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Steven Pfeiffer: Second Edition of Handbook of Giftedness in Children: Psychoeducational Theory, Research, and Best Practices (2018)

Jun 14, 2018 by

Steven Pfeiffer

An Interview with Steven Pfeiffer: Second Edition of Handbook of Giftedness in Children: Psychoeducational Theory, Research, and Best Practices (2018)

Michael F. Shaughnessy

1) I understand that the second Edition of Handbook of Giftedness in Children was just published this week. What was your involvement in this edition?

Springer invited me to serve as Editor of the First Edition of Handbook of Giftedness in Children, published by Springer back in 2008, ten years ago. The First Edition was published with psychologists, school counselors, school social workers, and other school ancillary staff in mind. At the time, as you know, there were many excellent books for educators of the gifted, but very few resources on the gifted explicitly written for psychologists. That was the intention of the First Edition, Mike.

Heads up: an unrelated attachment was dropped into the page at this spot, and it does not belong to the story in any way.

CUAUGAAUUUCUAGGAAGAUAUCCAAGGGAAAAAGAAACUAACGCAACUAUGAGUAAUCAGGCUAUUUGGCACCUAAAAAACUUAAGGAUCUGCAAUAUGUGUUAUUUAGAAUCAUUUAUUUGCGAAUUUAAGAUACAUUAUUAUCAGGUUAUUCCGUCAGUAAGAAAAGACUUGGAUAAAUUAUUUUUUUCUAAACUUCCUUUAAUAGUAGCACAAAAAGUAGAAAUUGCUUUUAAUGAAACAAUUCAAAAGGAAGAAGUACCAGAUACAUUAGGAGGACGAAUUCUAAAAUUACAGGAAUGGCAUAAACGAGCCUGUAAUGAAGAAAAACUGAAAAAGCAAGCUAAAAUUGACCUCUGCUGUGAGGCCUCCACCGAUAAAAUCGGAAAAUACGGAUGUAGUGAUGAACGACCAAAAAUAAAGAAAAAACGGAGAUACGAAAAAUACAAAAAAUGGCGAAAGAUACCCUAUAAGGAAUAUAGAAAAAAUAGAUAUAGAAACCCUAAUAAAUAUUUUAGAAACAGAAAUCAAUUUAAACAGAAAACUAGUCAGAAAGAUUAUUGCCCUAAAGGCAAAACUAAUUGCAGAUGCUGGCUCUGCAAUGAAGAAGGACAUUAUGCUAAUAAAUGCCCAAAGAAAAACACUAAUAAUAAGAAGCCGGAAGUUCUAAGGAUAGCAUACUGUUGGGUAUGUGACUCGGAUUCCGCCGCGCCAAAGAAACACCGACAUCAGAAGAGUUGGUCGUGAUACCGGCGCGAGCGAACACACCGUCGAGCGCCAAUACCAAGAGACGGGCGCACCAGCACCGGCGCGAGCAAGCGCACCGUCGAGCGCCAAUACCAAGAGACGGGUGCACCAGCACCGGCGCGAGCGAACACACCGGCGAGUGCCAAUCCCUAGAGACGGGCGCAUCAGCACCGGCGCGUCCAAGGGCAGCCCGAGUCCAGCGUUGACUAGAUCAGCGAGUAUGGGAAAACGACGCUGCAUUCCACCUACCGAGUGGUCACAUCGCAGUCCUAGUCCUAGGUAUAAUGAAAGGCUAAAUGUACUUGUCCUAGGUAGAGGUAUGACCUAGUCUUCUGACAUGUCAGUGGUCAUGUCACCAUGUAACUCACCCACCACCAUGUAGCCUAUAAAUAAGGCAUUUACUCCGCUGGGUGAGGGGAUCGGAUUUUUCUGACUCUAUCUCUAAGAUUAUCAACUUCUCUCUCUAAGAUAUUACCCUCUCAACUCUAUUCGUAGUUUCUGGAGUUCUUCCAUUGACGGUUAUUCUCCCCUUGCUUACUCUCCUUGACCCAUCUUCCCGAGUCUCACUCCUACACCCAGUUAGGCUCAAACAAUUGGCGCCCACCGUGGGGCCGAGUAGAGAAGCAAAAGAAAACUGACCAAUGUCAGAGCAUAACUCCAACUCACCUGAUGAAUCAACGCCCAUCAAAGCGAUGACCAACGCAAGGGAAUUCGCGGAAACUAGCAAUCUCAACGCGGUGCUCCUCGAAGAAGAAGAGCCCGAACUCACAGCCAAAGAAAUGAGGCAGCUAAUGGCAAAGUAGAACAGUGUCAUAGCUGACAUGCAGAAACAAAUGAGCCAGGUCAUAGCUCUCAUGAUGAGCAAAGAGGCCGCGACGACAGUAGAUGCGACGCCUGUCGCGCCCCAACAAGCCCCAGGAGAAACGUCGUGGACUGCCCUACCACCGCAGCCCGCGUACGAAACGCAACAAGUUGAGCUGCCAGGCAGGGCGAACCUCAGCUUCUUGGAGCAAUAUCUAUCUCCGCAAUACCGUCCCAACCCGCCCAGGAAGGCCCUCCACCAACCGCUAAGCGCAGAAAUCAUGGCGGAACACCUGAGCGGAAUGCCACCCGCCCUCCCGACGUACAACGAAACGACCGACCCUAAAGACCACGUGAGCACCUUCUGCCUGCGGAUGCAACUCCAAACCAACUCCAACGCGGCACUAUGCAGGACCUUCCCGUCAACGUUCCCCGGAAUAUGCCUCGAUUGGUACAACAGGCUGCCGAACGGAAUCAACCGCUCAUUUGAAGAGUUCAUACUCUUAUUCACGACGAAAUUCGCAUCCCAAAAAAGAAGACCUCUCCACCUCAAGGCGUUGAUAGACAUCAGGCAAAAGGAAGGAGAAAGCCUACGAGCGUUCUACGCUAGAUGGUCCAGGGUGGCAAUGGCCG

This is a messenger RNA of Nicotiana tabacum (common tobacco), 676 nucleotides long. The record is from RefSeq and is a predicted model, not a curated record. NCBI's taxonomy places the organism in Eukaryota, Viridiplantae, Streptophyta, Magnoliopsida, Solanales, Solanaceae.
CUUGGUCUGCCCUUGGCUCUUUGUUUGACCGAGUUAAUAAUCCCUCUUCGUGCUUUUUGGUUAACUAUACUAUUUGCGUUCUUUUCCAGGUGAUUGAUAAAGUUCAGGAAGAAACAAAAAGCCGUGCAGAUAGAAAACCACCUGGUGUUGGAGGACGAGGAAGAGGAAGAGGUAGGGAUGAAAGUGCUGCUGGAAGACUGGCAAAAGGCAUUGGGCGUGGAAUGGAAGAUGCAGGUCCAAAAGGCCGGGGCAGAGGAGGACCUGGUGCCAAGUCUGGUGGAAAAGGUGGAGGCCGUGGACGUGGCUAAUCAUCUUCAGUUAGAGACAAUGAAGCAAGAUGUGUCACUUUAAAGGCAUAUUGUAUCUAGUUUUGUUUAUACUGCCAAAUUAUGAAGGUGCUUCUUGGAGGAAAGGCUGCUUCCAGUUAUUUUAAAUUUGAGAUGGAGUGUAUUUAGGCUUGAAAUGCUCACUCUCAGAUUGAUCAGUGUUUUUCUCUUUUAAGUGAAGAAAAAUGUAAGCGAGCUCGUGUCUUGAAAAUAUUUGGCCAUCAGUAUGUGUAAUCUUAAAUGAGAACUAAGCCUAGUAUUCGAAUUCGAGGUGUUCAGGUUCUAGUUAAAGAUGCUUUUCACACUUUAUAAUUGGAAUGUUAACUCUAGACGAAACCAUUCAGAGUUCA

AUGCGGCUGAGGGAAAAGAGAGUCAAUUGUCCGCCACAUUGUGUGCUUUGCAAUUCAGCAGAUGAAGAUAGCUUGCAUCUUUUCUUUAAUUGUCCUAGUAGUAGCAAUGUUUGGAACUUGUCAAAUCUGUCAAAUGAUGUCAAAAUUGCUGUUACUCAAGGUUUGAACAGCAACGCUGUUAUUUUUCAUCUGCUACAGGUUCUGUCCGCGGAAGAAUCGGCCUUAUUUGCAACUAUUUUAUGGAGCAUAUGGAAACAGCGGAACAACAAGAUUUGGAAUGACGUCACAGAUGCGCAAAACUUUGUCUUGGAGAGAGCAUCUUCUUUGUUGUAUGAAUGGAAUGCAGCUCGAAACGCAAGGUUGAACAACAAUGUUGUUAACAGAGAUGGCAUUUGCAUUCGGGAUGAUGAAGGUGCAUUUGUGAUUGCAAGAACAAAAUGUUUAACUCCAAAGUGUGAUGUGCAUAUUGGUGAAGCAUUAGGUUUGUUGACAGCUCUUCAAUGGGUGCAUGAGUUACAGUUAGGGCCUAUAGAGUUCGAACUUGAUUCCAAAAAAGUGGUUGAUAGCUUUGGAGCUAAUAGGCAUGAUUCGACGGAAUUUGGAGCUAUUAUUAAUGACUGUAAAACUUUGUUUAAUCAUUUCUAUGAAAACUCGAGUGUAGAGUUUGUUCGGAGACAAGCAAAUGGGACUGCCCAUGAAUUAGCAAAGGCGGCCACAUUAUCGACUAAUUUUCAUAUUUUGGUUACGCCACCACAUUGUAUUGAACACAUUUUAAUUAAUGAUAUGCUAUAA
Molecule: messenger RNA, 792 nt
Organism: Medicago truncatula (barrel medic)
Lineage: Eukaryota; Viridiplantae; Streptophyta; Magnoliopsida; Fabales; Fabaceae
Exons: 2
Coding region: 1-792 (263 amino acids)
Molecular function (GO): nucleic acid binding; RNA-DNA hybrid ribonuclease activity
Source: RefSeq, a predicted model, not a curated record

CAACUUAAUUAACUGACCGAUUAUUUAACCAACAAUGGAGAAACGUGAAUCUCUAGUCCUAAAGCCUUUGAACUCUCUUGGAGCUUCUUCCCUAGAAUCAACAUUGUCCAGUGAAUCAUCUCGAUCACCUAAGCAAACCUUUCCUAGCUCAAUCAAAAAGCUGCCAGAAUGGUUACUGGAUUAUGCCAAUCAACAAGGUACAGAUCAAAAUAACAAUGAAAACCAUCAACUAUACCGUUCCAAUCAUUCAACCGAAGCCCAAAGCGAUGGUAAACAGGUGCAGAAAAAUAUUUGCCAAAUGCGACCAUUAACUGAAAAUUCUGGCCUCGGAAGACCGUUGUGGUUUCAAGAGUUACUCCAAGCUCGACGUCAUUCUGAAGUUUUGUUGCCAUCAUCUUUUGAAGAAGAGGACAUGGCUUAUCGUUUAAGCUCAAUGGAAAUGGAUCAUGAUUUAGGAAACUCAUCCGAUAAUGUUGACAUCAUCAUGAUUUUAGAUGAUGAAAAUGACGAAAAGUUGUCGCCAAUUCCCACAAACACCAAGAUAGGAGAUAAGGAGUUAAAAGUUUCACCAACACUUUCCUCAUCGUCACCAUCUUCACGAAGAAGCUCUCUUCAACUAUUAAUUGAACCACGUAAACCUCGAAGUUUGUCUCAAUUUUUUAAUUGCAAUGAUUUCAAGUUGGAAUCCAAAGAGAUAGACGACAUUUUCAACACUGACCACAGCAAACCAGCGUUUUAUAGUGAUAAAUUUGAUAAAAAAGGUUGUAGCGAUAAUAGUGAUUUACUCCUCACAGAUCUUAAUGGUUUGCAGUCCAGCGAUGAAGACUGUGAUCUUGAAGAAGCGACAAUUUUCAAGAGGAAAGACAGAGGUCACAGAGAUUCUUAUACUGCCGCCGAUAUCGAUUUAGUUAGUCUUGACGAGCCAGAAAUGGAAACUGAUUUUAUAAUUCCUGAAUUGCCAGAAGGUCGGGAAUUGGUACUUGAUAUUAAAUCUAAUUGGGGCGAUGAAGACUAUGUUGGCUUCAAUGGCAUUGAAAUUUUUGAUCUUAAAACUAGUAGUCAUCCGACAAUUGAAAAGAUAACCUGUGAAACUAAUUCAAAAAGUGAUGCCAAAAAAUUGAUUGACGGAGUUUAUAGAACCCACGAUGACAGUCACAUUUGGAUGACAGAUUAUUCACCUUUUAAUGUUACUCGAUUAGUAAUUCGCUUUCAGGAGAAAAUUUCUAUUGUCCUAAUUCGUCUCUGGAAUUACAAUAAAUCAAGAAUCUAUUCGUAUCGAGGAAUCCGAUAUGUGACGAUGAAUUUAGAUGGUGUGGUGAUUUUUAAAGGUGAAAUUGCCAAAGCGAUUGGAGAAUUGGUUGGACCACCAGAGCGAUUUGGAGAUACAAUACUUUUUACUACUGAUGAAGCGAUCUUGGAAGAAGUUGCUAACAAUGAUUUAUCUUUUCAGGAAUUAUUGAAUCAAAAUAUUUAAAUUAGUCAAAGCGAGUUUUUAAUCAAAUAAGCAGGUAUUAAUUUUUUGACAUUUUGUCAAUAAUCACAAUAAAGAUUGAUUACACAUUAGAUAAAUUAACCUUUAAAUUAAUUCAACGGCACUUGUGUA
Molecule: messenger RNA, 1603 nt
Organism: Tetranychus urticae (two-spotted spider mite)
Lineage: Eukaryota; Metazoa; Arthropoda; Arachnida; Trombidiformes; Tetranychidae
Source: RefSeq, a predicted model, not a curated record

Contributors to the First Edition recognized that there was a growing concern in American society that the gifted and talented were an underserved and even unserved special-needs population. In the Preface to the First Edition, in fact, I noted that the great majority of psychologists and educators—and other healthcare providers—were ill equipped to meet the unique and challenging needs of the gifted and talented.

Well, about two years ago, at the annual meeting of the American Psychological Association, I proposed to Judy Jones, my publisher at Springer, that it might be time for us to think about a Second Edition for the Handbook, with the timeline for publishing a Second Edition ten years following publication of the First Edition. Springer thought that this might be too ambitious of a goal, but I thought it was doable! …and we did accomplish it! The Second Edition is now available, exactly ten years following publication of the First Edition!